Starting Position



The first interphalangeal joint allows for extension and flexion of the distal phalanx of the great toe. Extension and flexion can be assessed with the patient seated or in the supine position. In either position, the great toe should lie in line with the longitudinal of the foot. The examiner stabilizes the foot and proximal phalanx of the great toe with one hand along the medial aspect of the foot and gasps the distal phalanx of the great toe with the other. To assess extension the examiner should move the distal phalanx cephalad (toward the patient’s head). To assess flexion the examiner should move the distal phalanx caudally (away from the patient’s head).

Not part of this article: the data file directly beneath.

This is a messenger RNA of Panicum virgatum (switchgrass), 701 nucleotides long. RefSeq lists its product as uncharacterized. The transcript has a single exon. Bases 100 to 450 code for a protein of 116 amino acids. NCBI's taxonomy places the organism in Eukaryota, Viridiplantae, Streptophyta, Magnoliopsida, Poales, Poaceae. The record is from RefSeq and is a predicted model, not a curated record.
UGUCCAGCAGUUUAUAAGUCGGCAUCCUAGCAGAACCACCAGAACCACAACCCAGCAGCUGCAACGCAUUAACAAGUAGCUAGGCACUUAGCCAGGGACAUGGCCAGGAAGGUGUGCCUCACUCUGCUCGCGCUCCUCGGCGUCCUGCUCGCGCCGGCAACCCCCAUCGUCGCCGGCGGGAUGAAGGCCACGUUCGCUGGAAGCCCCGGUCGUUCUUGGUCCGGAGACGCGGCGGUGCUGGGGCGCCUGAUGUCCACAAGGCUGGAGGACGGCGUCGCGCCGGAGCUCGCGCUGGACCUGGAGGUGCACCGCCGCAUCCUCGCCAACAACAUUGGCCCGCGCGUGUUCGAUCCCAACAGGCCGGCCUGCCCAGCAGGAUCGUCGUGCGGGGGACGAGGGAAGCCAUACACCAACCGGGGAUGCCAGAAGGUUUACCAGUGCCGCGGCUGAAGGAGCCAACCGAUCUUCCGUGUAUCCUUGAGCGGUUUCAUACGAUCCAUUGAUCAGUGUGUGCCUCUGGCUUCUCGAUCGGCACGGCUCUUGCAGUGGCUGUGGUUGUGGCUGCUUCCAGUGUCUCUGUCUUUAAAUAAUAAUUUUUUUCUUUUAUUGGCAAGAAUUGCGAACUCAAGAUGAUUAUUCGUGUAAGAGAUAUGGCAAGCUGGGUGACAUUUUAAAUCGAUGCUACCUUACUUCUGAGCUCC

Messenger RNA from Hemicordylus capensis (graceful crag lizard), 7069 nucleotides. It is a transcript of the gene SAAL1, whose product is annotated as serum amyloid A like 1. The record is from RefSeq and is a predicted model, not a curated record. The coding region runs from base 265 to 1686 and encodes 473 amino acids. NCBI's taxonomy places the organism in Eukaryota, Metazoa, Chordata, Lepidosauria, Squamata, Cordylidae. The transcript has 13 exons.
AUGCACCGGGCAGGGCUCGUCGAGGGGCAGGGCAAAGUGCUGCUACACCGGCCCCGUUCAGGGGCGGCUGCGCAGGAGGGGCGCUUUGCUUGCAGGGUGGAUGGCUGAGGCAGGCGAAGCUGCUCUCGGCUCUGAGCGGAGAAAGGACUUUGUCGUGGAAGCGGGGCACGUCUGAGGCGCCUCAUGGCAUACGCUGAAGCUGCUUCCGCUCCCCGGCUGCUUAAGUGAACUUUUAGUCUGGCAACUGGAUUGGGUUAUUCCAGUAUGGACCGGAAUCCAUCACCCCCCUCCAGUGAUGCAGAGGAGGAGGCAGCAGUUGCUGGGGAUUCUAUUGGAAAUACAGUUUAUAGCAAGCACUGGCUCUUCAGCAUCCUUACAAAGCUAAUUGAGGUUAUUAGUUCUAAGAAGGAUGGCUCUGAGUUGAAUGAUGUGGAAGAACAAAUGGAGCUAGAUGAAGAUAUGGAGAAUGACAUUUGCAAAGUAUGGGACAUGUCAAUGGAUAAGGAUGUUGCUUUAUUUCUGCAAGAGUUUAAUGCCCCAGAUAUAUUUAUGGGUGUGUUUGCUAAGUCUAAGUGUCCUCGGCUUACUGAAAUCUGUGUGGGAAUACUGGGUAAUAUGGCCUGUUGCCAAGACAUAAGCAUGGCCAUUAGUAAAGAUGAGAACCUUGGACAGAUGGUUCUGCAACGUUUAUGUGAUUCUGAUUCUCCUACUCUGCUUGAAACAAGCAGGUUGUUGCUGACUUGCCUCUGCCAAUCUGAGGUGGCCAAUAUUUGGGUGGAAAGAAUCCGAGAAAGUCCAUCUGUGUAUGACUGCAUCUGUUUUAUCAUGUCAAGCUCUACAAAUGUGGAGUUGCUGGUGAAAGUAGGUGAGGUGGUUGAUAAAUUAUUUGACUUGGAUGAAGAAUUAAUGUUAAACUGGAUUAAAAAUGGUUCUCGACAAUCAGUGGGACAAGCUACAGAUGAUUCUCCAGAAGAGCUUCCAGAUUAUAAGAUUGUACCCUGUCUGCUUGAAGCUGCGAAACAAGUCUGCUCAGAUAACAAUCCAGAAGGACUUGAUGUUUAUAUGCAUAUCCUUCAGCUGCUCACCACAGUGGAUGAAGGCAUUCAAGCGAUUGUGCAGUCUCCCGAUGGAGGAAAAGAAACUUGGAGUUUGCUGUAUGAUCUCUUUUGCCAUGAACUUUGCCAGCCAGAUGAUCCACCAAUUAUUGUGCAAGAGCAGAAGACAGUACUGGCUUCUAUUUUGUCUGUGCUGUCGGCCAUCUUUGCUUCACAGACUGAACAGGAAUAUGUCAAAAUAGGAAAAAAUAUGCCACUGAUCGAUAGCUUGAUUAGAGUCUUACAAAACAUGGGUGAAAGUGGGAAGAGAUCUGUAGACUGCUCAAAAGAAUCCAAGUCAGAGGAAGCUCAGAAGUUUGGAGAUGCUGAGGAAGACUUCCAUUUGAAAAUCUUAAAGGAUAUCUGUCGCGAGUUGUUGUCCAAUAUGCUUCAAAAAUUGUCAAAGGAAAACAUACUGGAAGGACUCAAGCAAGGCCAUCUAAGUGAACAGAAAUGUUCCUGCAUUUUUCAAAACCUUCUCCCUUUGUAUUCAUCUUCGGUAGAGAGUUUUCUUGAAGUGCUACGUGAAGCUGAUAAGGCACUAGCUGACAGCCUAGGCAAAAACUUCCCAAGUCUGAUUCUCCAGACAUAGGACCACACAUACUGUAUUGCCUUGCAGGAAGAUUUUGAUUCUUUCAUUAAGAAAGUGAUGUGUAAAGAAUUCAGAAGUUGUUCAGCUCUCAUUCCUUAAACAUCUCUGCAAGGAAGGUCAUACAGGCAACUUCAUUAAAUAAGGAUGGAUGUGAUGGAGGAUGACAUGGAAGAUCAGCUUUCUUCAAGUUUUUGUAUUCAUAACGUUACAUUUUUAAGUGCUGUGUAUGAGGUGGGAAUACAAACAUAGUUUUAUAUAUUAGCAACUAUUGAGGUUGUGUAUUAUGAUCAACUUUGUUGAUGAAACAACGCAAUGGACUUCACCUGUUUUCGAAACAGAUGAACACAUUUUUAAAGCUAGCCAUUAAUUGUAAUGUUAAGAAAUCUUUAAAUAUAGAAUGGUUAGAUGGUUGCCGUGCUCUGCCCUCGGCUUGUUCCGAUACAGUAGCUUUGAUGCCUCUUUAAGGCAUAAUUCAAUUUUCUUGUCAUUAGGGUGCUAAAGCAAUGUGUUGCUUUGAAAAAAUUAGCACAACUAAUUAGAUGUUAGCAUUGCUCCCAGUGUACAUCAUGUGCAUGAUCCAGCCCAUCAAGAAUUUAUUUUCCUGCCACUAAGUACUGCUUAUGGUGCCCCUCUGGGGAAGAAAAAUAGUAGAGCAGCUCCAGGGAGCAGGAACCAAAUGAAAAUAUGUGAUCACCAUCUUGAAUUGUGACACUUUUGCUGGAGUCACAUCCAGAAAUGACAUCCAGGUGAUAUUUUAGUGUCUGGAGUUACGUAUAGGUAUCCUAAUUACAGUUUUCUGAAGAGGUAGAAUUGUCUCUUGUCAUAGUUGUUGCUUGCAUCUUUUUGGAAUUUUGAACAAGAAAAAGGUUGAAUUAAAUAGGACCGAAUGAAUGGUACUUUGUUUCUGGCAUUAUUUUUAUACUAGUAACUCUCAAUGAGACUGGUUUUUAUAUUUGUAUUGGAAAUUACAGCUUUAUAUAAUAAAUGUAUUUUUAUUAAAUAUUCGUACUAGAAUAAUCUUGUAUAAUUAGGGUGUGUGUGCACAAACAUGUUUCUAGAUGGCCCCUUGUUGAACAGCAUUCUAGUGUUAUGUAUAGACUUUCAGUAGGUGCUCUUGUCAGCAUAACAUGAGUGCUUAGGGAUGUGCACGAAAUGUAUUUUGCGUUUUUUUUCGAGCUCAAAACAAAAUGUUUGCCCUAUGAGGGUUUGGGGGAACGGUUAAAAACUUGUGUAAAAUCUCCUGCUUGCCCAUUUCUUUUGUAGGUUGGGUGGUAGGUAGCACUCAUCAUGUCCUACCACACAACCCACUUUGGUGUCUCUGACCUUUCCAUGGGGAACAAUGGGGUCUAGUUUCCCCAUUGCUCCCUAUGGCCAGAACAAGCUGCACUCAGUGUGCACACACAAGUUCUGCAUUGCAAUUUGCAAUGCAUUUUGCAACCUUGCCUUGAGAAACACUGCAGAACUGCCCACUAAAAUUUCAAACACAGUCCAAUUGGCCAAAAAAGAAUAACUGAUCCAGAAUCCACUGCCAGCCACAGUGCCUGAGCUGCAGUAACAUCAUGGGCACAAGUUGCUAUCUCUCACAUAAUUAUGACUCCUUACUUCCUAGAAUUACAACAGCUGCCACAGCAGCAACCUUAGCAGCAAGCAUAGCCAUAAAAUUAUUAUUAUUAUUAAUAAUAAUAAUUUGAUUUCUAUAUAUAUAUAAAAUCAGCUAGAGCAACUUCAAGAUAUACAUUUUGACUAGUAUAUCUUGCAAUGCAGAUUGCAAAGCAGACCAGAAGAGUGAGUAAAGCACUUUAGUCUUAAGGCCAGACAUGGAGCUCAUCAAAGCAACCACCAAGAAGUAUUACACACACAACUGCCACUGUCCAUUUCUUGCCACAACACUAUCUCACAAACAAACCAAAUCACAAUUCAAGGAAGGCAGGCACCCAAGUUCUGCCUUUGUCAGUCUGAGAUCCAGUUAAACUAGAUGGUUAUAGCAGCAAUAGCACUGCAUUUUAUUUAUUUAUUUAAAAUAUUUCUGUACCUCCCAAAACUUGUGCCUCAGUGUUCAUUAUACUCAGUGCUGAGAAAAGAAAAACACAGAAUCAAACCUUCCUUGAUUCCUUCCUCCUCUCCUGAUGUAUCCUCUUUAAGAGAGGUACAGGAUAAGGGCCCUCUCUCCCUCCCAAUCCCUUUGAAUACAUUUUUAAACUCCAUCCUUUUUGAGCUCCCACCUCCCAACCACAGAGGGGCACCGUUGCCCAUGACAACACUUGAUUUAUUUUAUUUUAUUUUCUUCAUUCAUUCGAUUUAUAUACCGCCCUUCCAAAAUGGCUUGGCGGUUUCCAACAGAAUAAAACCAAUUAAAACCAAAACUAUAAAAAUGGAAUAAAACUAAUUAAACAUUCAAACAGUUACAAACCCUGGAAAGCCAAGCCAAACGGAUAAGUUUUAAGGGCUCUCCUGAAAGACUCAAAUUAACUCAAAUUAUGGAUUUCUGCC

Ending position



Normal passive range of motion of the first interphalangeal joint is 0° of extension and 90° of felxion.

Clinical Significance



Interarticular fractures at the first interphalangeal joint may result in decreased range of motion.

Figures